May 8th, 2013
I covered the Grantmakers In Health annual meeting in San Francisco in March. This meeting is always a wonderful occasion for me to meet or reacquaint myself with foundation staffers from around the United States.
In this round-up post, I mention some interesting points made by various speakers at the event, which had some 550 attendees this year. These quick thoughts come from what I jotted down in my “reporter’s notebook,” as Katie Couric used to say. I think that even two months later, a few points made at this meeting are still useful to blog about!
After the Boston Marathon bombing, Nicole Lurie’s work remains particularly important.
Nicole Lurie, assistant secretary for preparedness and response at the Department of Health and Human Services (HHS), was the opening plenary speaker on March 13 at the Grantmakers In Health meeting. Her topic was “Community Resilience and Disaster Response.” Disasters here would include hurricanes, oil spills, tornadoes, earthquakes, and more.
Her office is the federal government’s lead agency for national policy on public health emergencies, with additional responsibility for the advanced development and procurement of drugs for use during disasters, for federal medical response assistance to states during disasters, as well as for hospitals’ and community health systems’ preparedness. And Lurie pointed out that there are many types of “resilience” needed in a disaster: (1) physical resilience (of buildings, for example); (2) economic resilience—during a recession, for example; and (3) psychological resilience of workers and area residents—this type is often overlooked after a disaster.
Planning for chronic care needs is also important, Lurie pointed out. Obese patients, for example, are hard to move, so special equipment to help would need to be in place. Local officials also need to figure out where patients with chronic illness who need oxygen would go during a power outage.
Health care facilities have many challenges during a disaster: lack of electrical power, evacuation of patients, and the psychological effects of the disaster on their workforce. Most hospitals are in “pretty good shape,” Lurie commented. But many nursing homes and dialysis centers are not so well prepared.
Lurie said that Joplin, Missouri, fared a bit better after the devastating tornado in 2011 because the hospital had started using electronic health records some three weeks earlier. And they had done “remote back-up” of medical records.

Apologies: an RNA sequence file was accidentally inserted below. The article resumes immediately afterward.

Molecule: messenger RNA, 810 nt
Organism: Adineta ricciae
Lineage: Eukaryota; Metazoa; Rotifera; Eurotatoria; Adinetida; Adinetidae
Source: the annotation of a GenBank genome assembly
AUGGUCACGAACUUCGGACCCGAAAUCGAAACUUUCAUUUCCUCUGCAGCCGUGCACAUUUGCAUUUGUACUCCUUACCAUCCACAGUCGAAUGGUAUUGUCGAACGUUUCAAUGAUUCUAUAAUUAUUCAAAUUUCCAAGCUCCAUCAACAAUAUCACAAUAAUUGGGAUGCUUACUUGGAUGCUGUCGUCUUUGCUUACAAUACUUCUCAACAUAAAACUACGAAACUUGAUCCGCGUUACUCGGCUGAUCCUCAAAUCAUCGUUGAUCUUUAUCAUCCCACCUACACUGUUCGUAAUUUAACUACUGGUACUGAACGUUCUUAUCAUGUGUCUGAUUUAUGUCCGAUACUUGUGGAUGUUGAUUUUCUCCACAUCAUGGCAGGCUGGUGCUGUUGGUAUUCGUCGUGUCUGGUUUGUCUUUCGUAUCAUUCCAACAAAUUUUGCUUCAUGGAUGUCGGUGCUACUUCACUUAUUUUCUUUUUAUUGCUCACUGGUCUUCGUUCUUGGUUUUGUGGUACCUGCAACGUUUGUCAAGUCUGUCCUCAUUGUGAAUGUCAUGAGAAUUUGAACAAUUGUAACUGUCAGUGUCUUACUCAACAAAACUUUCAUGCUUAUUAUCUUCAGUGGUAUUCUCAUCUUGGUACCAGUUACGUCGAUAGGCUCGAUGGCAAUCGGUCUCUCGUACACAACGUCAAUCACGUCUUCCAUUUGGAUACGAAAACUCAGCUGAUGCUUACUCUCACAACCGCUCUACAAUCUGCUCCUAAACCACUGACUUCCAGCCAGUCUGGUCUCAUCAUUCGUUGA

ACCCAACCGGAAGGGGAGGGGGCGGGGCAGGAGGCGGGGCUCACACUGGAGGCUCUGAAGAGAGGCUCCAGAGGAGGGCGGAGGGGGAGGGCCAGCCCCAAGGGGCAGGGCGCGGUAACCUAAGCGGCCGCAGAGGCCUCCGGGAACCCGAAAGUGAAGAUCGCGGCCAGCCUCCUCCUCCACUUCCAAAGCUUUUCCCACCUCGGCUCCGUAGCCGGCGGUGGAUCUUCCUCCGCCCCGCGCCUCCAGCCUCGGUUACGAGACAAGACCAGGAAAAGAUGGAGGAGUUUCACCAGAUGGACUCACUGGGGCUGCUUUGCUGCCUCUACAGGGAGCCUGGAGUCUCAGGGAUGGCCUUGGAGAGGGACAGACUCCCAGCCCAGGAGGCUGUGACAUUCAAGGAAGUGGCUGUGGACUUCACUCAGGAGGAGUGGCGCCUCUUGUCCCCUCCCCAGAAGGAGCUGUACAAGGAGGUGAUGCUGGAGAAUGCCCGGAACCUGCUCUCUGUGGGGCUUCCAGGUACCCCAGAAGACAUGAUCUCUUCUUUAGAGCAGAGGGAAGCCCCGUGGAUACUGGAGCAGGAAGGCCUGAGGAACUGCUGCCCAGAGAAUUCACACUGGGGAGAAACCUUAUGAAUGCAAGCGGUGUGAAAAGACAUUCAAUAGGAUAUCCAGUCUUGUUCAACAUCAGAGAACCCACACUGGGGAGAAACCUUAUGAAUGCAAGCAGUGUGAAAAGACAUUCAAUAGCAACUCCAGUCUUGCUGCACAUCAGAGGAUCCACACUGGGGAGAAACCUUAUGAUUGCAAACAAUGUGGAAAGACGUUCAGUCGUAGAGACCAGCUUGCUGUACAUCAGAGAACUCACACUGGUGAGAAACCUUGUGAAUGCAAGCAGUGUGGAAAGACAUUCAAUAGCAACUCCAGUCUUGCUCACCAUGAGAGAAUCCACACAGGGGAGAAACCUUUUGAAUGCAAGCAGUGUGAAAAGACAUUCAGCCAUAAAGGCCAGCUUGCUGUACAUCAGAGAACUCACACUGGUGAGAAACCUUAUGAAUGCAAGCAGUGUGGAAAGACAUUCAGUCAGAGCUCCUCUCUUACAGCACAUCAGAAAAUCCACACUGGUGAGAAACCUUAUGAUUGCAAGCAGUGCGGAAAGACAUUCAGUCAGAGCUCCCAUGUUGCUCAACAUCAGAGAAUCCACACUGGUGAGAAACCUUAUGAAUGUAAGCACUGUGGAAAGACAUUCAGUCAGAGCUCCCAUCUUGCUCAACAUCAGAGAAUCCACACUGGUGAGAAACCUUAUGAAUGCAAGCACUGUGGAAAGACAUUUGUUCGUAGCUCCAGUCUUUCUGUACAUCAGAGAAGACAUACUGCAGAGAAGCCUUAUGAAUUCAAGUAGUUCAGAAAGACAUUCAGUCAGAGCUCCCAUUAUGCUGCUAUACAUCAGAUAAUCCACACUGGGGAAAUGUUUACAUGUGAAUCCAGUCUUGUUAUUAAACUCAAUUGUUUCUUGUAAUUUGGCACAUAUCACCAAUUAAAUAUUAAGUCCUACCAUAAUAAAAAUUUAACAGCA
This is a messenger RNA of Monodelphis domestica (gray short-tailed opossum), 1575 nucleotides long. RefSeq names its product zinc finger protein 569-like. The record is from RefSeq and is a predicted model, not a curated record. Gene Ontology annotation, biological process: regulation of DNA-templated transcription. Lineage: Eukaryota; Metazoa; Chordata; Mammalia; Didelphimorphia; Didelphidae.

Use of social media as a means of communication can also be important during disasters, she added.
Lurie suggested that foundations can encourage organizational resilience among their grantees, as well as support development of an “evidence base” on resilience.
There were a couple of good questions during the Q & A. A staffer from a foundation in California asked about first responders. Lurie said that bystanders are actually the first responders in a disaster.
Len McNally of the New York Community Trust inquired about how one can prepare to help older adults before a disaster hits. Lurie said that many elderly people are socially isolated; it is important that agencies such as those providing home care and durable medical equipment are functioning after a disaster. Thus, such agencies need to have disaster plans for doing this in place, and they should have plans for the clients they serve. In answer to my follow-up question a few weeks after her speech, she said that public and private payors could require such plans as a condition of participation.
Health Reform Session
The next day, Grantmakers In Health held a well-attended session titled “Without a Net: Leveraging the Affordable Care Act.” Speakers were Heather Howard of Princeton University, Bob Hughes of the Missouri Foundation for Health, Andy Hyman of the Robert Wood Johnson Foundation (RWJF), and Jim Knickman of the New York State Health Foundation. The session aimed to “explore the work of several foundations that have engaged in conceptualizing, operating and monitoring state-based initiatives aimed at advancing the goals of the ACA [Affordable Care Act].” I got to the session a bit late, but here are a few things I learned in the time I was there.